4 Things You MUST Know as a Property Investor
Whether your investment properties are positively geared, and you’re enjoying consistent cash flow, or you’re looking to use the long-term capital growth in your property to propel your wealth-building, there are some key things you need to know as a property investor. If you’re not aware of these things, you could find yourself with unexpected problems and expenses, which can impact your investments. Keep reading to learn the key things you should know as a property investor so you don’t get any nasty surprises throughout your investment journey.
1. Landlord’s insurance is a smart investment
Your investment property is likely one of your most valuable assets, so it makes sense to protect it. While landlord’s insurance isn’t compulsory, it is a good idea to take out a policy that covers you for things such as damage caused by water leaks, plumbing issues, and if a tenant deliberately damages your property. Some policies will also cover you for lost rental income if your tenant vacates unexpectedly or stops paying rent. Some policies also will cover you against pet damage if you have pets at the property – it always pays to check the fine print carefully for coverage options.
2. Budget for ongoing costs when you buy
Sure, you’ve probably worked out your mortgage repayments and secured pre-approval for a loan, but have you factored in the ongoing costs of having an investment property? Make sure you budget for expenses such as land tax, council rates, water bills (where applicable), and strata or owner’s corporation fees for townhouses and apartments. In Tasmania, a lot of investors are unaware of landtax and what this means until they get an unexpected bill.
3. Keep up to date with regulation changes
Tenant legislation is constantly changing across jurisdictions. And with the proportion of renters in the community increasing, there’s a general trend for legislation changes to be more accommodative of tenants. For example, in Victoria and the ACT, landlords may not be able to refuse a tenant’s right to have pets at their property however here in Tasmania, the owners still have choice over this aspect when selecting a new tenant. With changes like this becoming commonplace, it becomes even more important to secure great tenants who will not only look after your investment but make sure any four-legged family members don’t damage your property.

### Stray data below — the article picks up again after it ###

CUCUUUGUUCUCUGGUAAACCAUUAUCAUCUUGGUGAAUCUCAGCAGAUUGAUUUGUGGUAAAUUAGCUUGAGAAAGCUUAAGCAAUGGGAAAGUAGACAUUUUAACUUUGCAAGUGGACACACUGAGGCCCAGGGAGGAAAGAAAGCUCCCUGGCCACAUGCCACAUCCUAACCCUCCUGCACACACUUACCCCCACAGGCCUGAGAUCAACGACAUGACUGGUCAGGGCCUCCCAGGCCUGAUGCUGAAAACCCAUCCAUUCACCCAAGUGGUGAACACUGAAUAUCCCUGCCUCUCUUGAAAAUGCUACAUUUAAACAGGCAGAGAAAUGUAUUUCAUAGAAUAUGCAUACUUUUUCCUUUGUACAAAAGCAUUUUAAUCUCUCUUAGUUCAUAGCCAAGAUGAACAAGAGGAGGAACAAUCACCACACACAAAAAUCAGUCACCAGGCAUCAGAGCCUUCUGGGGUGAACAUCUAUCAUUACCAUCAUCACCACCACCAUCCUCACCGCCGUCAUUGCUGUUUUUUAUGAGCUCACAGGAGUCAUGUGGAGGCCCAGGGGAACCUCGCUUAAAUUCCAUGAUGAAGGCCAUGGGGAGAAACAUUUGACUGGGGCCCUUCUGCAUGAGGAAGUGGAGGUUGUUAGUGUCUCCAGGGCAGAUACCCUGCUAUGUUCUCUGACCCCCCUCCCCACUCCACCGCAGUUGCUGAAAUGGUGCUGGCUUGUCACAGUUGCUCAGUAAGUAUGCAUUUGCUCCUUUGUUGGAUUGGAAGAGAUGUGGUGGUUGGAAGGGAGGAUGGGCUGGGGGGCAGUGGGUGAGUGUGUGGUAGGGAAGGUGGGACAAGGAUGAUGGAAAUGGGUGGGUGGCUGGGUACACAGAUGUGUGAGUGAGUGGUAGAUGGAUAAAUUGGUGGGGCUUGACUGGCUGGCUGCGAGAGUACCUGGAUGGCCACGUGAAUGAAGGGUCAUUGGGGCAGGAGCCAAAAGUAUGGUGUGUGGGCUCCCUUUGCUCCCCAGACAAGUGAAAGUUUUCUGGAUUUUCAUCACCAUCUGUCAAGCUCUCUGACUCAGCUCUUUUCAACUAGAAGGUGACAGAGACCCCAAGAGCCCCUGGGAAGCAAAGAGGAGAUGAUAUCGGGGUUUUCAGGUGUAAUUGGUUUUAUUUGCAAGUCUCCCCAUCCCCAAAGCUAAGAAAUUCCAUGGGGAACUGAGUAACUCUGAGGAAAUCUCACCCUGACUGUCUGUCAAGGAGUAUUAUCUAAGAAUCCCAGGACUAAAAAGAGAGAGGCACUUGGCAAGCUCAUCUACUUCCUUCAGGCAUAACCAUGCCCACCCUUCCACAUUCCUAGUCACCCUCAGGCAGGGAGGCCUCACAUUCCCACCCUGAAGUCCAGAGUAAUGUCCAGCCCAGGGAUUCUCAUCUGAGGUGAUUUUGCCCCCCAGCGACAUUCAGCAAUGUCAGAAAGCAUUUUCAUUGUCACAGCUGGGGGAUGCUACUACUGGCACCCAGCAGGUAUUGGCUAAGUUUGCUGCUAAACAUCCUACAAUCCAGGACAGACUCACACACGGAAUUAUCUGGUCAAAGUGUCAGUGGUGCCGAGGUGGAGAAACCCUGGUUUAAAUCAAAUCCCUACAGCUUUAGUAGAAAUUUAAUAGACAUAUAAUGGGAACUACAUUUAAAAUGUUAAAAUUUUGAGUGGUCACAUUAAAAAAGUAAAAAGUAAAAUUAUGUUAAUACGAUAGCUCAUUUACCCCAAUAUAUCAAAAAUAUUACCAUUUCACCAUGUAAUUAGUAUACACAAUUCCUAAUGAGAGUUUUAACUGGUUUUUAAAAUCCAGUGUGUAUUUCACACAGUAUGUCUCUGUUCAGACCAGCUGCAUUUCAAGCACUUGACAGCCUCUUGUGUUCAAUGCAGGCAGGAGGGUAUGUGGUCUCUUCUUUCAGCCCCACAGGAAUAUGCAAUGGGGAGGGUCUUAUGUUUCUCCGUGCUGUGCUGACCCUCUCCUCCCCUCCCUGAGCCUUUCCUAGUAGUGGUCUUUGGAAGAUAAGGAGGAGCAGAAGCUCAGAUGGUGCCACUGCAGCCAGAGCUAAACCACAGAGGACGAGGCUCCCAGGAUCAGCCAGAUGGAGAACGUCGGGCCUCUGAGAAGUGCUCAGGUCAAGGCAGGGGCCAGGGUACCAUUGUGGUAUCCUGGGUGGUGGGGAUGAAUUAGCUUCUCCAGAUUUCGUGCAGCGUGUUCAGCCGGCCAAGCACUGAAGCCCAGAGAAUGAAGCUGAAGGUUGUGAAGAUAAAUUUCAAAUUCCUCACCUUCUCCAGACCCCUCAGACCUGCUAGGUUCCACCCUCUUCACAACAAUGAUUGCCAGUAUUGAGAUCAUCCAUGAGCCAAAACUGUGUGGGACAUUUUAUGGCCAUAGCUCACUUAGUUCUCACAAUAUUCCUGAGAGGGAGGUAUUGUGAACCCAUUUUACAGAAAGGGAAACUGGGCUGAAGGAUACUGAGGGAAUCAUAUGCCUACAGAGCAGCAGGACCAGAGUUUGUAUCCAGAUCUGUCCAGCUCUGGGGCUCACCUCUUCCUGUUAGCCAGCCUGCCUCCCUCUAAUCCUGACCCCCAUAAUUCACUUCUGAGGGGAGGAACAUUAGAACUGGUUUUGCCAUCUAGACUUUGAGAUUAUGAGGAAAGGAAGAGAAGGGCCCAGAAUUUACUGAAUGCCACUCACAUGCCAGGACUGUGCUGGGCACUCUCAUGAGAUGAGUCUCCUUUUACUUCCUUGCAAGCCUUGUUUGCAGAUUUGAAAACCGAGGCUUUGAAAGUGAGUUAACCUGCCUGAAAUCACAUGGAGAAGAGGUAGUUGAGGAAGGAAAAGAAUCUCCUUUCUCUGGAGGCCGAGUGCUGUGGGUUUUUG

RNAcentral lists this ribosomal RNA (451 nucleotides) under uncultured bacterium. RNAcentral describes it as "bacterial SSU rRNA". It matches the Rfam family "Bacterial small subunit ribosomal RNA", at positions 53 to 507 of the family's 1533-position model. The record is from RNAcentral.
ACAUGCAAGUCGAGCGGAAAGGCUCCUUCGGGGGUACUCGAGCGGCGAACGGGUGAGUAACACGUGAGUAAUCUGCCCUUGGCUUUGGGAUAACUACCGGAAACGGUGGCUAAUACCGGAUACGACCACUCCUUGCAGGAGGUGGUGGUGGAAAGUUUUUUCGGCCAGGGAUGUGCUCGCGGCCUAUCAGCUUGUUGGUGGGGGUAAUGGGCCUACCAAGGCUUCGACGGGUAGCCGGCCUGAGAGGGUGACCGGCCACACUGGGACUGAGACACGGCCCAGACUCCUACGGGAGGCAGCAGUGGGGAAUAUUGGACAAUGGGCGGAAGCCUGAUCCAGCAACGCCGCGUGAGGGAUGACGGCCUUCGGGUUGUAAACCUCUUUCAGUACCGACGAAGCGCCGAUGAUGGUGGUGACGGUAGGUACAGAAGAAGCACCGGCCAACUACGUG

4. Make sure your property is safe
Fire alarm legislation is another area constantly changing. Your property manager will keep you updated on these and similar changes. However, you should make sure you always have funds set aside for compliance activities, such as upgrading your fire alarms if required and always ensuring the switchboard is compliant is another handy tip.
Having an investment property is rewarding in many ways, but you need to make sure you’re aware of your upfront and ongoing costs and potential risks. Factor in the items above for your current properties and future purchases to proactively manage your expenses, address problems and stay on track with your wealth-building goals.
If we can help talk you through any of these pointers, please feel welcome to reach out.
Remember, this article does not constitute financial or legal advice. Please consult your professional financial and legal advisors before making any decisions for yourself.